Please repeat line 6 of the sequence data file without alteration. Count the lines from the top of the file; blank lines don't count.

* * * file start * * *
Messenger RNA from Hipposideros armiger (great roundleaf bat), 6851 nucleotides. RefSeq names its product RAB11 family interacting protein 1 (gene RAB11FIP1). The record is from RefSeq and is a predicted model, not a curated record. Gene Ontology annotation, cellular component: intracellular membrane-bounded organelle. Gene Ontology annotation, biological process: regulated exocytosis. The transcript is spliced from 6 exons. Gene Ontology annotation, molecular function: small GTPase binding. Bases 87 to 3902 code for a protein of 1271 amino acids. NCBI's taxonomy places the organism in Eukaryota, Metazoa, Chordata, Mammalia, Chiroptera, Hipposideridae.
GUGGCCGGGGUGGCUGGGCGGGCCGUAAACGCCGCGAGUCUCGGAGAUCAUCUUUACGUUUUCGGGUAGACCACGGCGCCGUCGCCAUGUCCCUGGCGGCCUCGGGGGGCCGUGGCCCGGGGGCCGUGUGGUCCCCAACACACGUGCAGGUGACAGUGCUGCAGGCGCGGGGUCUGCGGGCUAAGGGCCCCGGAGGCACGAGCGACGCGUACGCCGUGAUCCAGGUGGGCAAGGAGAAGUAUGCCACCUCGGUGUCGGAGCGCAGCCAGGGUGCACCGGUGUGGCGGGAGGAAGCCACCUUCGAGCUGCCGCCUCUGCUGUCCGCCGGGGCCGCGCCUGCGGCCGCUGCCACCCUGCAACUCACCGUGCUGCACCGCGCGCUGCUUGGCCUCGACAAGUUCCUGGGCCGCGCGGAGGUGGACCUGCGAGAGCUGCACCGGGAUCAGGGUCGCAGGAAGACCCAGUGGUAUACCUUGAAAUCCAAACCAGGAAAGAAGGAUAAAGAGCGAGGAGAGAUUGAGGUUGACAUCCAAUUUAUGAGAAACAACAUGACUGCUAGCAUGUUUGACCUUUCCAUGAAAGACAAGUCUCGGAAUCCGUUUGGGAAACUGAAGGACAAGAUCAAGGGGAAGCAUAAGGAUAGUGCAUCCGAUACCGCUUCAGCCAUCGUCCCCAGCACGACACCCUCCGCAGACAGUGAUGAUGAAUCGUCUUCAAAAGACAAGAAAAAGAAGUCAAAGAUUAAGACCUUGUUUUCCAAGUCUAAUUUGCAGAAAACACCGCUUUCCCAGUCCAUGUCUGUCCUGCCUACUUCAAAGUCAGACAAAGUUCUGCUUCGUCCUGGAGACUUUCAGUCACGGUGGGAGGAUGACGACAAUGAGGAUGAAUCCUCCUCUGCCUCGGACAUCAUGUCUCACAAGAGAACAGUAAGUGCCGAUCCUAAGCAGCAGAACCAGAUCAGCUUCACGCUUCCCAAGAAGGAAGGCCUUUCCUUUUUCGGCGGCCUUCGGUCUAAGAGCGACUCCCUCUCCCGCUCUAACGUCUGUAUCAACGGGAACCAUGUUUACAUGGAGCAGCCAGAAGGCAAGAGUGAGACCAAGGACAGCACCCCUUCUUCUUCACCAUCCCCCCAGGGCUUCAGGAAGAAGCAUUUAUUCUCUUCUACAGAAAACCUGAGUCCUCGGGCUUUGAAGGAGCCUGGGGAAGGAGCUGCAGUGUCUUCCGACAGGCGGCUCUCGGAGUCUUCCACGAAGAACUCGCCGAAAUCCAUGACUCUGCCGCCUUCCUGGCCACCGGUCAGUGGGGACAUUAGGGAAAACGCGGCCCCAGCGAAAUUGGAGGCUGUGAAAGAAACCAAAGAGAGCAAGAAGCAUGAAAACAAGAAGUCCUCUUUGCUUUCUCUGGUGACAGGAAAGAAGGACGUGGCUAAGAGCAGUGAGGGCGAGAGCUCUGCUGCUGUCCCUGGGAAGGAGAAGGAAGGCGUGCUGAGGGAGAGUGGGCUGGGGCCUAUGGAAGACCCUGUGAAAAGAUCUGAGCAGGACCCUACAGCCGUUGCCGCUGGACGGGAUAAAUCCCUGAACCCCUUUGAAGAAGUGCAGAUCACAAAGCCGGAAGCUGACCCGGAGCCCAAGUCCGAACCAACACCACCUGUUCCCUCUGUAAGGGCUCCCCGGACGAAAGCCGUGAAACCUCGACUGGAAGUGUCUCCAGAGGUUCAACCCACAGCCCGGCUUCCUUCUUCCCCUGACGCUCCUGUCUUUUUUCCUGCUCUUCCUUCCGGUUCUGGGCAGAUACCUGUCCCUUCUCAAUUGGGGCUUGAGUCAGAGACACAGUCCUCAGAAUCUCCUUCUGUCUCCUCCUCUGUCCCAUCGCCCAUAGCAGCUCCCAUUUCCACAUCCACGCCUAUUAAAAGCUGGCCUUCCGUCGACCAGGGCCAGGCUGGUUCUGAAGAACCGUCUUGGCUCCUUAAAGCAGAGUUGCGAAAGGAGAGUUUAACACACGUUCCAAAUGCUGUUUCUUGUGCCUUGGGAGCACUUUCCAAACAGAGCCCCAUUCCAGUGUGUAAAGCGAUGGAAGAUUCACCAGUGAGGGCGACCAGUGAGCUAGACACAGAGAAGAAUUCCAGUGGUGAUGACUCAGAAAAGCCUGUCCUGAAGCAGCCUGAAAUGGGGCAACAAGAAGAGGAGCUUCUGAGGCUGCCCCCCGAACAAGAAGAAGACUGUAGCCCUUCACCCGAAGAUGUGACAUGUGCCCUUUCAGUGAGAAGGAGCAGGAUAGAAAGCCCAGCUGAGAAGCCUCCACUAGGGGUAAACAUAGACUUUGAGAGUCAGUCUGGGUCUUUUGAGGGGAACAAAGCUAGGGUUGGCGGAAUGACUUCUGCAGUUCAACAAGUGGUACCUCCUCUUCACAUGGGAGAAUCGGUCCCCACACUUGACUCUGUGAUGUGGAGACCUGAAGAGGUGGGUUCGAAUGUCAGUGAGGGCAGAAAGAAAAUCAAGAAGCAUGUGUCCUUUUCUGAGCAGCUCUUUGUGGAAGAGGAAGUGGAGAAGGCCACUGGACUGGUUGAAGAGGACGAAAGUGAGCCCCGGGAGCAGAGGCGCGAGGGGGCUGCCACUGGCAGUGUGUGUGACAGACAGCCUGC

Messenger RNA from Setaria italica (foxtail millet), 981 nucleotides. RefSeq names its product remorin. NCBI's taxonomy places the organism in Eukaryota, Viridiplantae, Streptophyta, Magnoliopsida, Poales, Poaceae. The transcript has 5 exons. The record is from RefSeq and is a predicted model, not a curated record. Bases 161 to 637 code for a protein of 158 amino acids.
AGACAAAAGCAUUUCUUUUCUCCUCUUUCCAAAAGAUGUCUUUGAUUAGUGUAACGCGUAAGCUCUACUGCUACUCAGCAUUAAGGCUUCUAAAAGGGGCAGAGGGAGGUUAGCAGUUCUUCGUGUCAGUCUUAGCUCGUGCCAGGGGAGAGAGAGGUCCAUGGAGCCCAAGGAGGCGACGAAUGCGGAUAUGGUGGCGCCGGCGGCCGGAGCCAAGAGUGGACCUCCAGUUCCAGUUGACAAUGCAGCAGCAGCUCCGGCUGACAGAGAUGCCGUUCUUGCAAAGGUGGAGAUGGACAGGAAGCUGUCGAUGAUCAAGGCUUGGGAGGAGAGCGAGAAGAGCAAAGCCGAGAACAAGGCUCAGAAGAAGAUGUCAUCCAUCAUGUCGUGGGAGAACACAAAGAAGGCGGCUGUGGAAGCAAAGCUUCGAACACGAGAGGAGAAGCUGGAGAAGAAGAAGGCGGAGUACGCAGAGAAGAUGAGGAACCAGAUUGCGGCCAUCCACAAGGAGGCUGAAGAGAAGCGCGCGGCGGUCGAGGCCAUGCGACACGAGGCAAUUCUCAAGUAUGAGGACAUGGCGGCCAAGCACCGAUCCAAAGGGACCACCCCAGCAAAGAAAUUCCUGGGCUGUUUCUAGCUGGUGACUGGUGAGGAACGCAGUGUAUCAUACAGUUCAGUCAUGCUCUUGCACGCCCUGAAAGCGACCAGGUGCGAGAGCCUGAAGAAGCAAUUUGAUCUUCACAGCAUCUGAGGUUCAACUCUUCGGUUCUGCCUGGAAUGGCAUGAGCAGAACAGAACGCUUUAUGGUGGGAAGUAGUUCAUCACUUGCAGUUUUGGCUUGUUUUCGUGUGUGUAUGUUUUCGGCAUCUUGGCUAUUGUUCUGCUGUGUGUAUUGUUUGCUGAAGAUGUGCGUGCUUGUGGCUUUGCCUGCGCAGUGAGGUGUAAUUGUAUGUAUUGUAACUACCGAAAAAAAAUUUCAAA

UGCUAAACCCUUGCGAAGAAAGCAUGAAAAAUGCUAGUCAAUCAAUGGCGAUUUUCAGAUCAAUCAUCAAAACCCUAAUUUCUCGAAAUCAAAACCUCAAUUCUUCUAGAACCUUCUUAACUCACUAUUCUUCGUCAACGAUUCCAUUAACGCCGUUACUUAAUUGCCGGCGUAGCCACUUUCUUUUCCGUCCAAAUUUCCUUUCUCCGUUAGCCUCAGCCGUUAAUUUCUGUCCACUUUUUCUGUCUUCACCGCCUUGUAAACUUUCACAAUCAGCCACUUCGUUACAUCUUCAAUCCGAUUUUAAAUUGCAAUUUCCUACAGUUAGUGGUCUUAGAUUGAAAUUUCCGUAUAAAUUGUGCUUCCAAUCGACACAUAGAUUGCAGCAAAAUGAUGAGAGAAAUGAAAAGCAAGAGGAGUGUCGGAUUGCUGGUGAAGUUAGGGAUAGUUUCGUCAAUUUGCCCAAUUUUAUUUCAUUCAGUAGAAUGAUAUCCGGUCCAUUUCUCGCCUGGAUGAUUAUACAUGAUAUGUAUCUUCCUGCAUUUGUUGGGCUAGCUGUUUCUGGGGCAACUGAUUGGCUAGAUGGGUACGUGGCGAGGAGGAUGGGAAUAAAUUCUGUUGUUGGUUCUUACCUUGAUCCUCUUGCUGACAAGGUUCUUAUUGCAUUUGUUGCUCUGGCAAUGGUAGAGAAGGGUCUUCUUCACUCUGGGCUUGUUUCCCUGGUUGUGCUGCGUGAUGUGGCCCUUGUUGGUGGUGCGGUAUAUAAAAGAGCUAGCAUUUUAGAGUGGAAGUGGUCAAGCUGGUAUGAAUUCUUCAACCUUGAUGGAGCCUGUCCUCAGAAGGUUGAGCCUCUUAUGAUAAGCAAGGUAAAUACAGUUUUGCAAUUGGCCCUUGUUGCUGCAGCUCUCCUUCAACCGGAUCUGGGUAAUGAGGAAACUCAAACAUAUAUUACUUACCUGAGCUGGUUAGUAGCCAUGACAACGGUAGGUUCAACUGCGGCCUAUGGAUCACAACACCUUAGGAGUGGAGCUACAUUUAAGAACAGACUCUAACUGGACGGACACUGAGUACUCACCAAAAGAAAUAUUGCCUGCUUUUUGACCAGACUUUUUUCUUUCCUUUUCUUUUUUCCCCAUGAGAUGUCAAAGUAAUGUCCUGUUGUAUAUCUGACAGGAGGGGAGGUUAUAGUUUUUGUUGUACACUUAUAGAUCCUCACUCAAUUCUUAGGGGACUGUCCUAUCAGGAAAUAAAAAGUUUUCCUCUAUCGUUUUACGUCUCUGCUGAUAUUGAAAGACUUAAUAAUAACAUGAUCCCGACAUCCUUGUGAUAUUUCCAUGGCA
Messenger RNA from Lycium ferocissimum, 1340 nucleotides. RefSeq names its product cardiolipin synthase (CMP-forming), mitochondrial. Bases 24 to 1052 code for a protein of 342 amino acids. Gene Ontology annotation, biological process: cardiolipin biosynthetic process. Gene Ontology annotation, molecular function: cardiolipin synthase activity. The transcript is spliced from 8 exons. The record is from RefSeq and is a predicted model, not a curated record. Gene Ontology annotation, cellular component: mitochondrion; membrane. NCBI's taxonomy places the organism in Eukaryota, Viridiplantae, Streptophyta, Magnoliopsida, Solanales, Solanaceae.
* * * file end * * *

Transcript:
Messenger RNA from Lycium ferocissimum, 1340 nucleotides. RefSeq names its product cardiolipin synthase (CMP-forming), mitochondrial. Bases 24 to 1052 code for a protein of 342 amino acids. Gene Ontology annotation, biological process: cardiolipin biosynthetic process. Gene Ontology annotation, molecular function: cardiolipin synthase activity. The transcript is spliced from 8 exons. The record is from RefSeq and is a predicted model, not a curated record. Gene Ontology annotation, cellular component: mitochondrion; membrane. NCBI's taxonomy places the organism in Eukaryota, Viridiplantae, Streptophyta, Magnoliopsida, Solanales, Solanaceae.